Prior art methods of extracting muscle tissue from live animals have been slow, inflicting pain, stress, and trauma to the animal and substantial risk to the operator. Those methods involve cutting a core with either a knife, scalpel or coring tube, followed by manual severing of the tissue at the attached end and removal of the severed core from the wound. Even in the case where a carcass rather than a live animal is sampled, severing the base of the tissue core has required an additional, time-consuming step. Consequently, a need has and does exist for a means of removing tissue cores from carcasses and live animals which is capable of fast, trauma-free operation.
BRIEF SUMMARY OF THE INVENTION According to this invention there is provided a tissue core extraction device comprising an extractor body hollow to receive a core cut by the terminal edge of the risk and stress and trauma to the animal heretofore experienced in live animal sampling.
Yet another object of the invention is to provide a means by which the base of a tissue core can be severed without requiring a step separate from that employed to form the core itself.
A further object of the invention is to make possible large scale tissue sampling of live animals by a straightforward and efficient procedure.
These and other objects and advantages of the invention will become apparent from the more detailed description which follows, and from the attached drawing in which:
FIG. 1 is an exploded pictorial view of the core cutting and severing components of one embodiment of the instant invention;
FIG. 2 is a partial sectioned view of a preferred thrust-generating mechanism employed with the device of FIG. 1; and
FIGS. 3A, 3B,, and 3C sequentially illustrate the cutting action of a preferred embodiment of this invention.
DETAILED DESCRIPTION OF THE INVENTION:
With reference now to the FIG. 1 depiction of a preferred embodiment of the invention, the forward end of an extractor body 1 is provided with a terminal cutting edge 2. When driven forward in the direction indicated by arrow in FIG. 1 into the longissimus dorsi, semitendinosus or other muscle tissue of a meatproducing animal, a core is cut by the said terminal edge and received within the hollow extractor body. Following severance of the base of the core by core severing means 3 and withdrawal of the core-containing extractor body from the sampled carcass or animal, the core is withdrawn from the extractor body by means of, e.g., core removal slot 4. Core severing means 3 is mounted in an opening 5 in a wall of the extractor body adjacent the forward end thereof in such fashion as to pivot inwardly about shaft 6, which latter is preferably journaled in opposed walls of extractor tional cocking and triggering mechanisms (not shown) are employed to activate firing pin 8 to strike and fire a .22 caliber blank cartridge held between chamber block 9 and restraining block 10. The resulting explosion acts to urge piston member 11 forward, compressing a series of rubber washers 12 positioned about the piston between metal washers 13. Because the piston is threadably attached to base block 7, which is in turn attached by screws or other means to extractor body 1, the forward movement of the piston 11 drives the extractor body forward as well. The throw or ex-.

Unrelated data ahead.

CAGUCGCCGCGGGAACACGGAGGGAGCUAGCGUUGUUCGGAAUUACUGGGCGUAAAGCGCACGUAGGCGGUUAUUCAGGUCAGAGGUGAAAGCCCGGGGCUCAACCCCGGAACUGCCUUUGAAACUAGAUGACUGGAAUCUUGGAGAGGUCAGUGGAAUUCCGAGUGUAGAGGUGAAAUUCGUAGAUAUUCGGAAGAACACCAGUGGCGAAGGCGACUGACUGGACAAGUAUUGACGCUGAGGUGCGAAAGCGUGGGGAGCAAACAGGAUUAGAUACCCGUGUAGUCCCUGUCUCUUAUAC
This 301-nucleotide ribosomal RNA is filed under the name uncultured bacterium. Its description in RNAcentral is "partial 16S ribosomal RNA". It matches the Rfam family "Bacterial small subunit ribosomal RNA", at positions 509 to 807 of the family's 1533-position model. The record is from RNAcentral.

tent of advance of the piston can be predetermined by appropriate adjustment of the length thereof, the number and type of rubber washers employed, etc., as will be apparent to the art skilled. When the predetermined degree of advance has occurred, the spring action of the rubber washers causes the piston to retreat into its housing 14, whereupon the extractor body which is attached thereto similarly retreats from the muscle tissue into which it has been forced by advance of the piston. In light of the above, it will be apparent to the art skilledthat application of the advance-retreat principle exemplified by the thrust-generating means depicted contributes to the efficiency of core removal operation with which this invention is concerned. Of course, the invention can be employed in conjunction with other thrust-generating means such as those in which a metal spring supplants the rubber washer arrangement illustrated in FIG. 2, other spring-loaded thrust-generating means, pneumatic or manual means, etc. Various modifications and refinements of the thrust-generating means will be apparent to the art skilled in light of this disclosure, e.g., the thrustgenerating means of FIG. 2 can be hinged between the chamber block 9 and restraining block to permit ejection of spent cartridges, etc. I